The “PC Friars: BDTM” series (Show #4 above) features Friar fanatic reporter Brendan McGair and Warrior Friar Superfan Daniel James examining the team’s tough road in the Big East Tournament and Friar involvement in the Big Dance.
The Big East Tournament, maybe more than any other college basketball tournament, has been one of stories. Whether multi-day runs from underdogs or multiple overtimes in a single game, Madison Square Garden has played host to many tales in the Big East.
However, none are more exciting than seeing two rival teams face off against one another in this setting. A neutral court with fans from all teams picking sides, win-or-go-home stakes, and the feeling that no matter what happens, there’s going to be a new chapter between these two teams after the final buzzer sounds raises the energy – and intensity – of this tournament.
Make no mistake, this is a rivalry at every level. The fanbases? Can’t stand each other. The coaches? No love lost once that ball goes in the air for the opening tip – and for Ed Cooley and Dan Hurley this dates back to when Hurley coached the Friars’ other rival, the URI Rams. The teams themselves? Both absolutely want to get that third win in a now best-of-three situation.
“Breaking Down The Madness:” YurView’s annual deep dive into the Big Dance begins on March 13 on YurView, Cox channel 4 in Rhode Island. See full schedule at the end of this article.
All the elements are there, and both fanbases know it.
On the one side you have the UConn Huskies. Four National Championships, plenty of NBA talent over the years, and a hall-of-fame coach that fans will remember with pride. All that means absolutely nothing when it comes to their perspective of Providence.
Sure, Husky fans will reference these accolades in discussions with Friar fans, but what’s it matter when you can’t get a team like the Friars off your backs – and the Providence fans know it? What do champion banners in the rafters matter when your focus and fixation is looking for every PC stumble and struggle? UConn fans enjoy their success, as they should, but they revel in every Friar misstep even more.
And Providence isn’t any different. UConn fans like to talk about PC as their younger sibling, but what’s it mean when little brother starts to take you on the court and put you through the woodchipper? What’s it say when you go head-to-head in recruiting battles, only to come up short to the Friars? Or when the Huskies have an unusual first round exit in the NCAAs and the Friars go to the Sweet 16?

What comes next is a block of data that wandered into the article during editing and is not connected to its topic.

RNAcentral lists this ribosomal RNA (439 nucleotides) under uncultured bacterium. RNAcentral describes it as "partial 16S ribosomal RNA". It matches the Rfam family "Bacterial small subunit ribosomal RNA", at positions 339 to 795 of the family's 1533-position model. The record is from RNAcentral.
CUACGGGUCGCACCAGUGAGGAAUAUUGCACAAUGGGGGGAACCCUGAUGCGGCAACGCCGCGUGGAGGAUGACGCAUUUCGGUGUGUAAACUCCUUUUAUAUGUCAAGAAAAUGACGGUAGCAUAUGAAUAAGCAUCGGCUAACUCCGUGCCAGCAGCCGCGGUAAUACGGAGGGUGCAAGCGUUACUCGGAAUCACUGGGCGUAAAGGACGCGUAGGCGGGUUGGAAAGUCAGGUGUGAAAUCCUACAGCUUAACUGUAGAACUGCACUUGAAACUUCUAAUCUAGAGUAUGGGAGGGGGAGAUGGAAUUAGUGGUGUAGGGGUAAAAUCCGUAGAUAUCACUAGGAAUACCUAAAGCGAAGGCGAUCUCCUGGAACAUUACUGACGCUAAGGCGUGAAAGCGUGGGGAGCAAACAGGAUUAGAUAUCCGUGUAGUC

Friar fans live for these moments of UConn anguish. When the Huskies are down, Friar fans smile. When Friar fans are the ones that get to twist the knife, all the better. And no matter the discrepancy in success between these two programs, Friar fans will never back down from a good round of smack talking.
Add to that all the little things that accumulate. Ed Cooley recently made comments in a post-game presser after a UConn loss about how the UConn fans were spoiled from the success they’ve experienced. If you know Cooley’s phrasing you know that’s an offer of praise – acknowledging how successful UConn has been, and the fans have been able to enjoy the spoils of it.
Think UConn fans heard it that way? Put it another way: if coach Hurley said the same thing, would Providence fans hear it in a positive light? Of course not, neither side would. It’s pouring a drum of gasoline on a fire that got reignited the moment UConn rejoined the Big East. Oh, and don’t even get the two fanbases started on how that separation went back in 2012.
And yet, through this rivalry, there’s joy to be found. This is what makes college basketball worth watching. Fans who have never watched either team are likely to tune in just to check out the latest chapter in the rivalry.
It’s what makes the game worth playing, watching, celebrating, and agonizing over. And it is, at the absolute core, what the Big East is all about. Intense rivalries that cover region, history, success, and most important of all fans.
I don’t know what will happen on Thursday afternoon. I do know this: my work calendar is blocked and I can’t wait to sit and watch the next chapter in the PC-UConn rivalry unfold in real time.
Brendan McGair is a sportswriter and columnist with the Pawtucket Times and the Woonsocket Call. A graduate of Providence College, McGair is a five-time recipient of the R.I. Sports Writer of the Year Award as voted by the National Sports Media Association (NSMA).
Follow McGair on Twitter @BWMcGair03 and on Instagram @bwmcgair.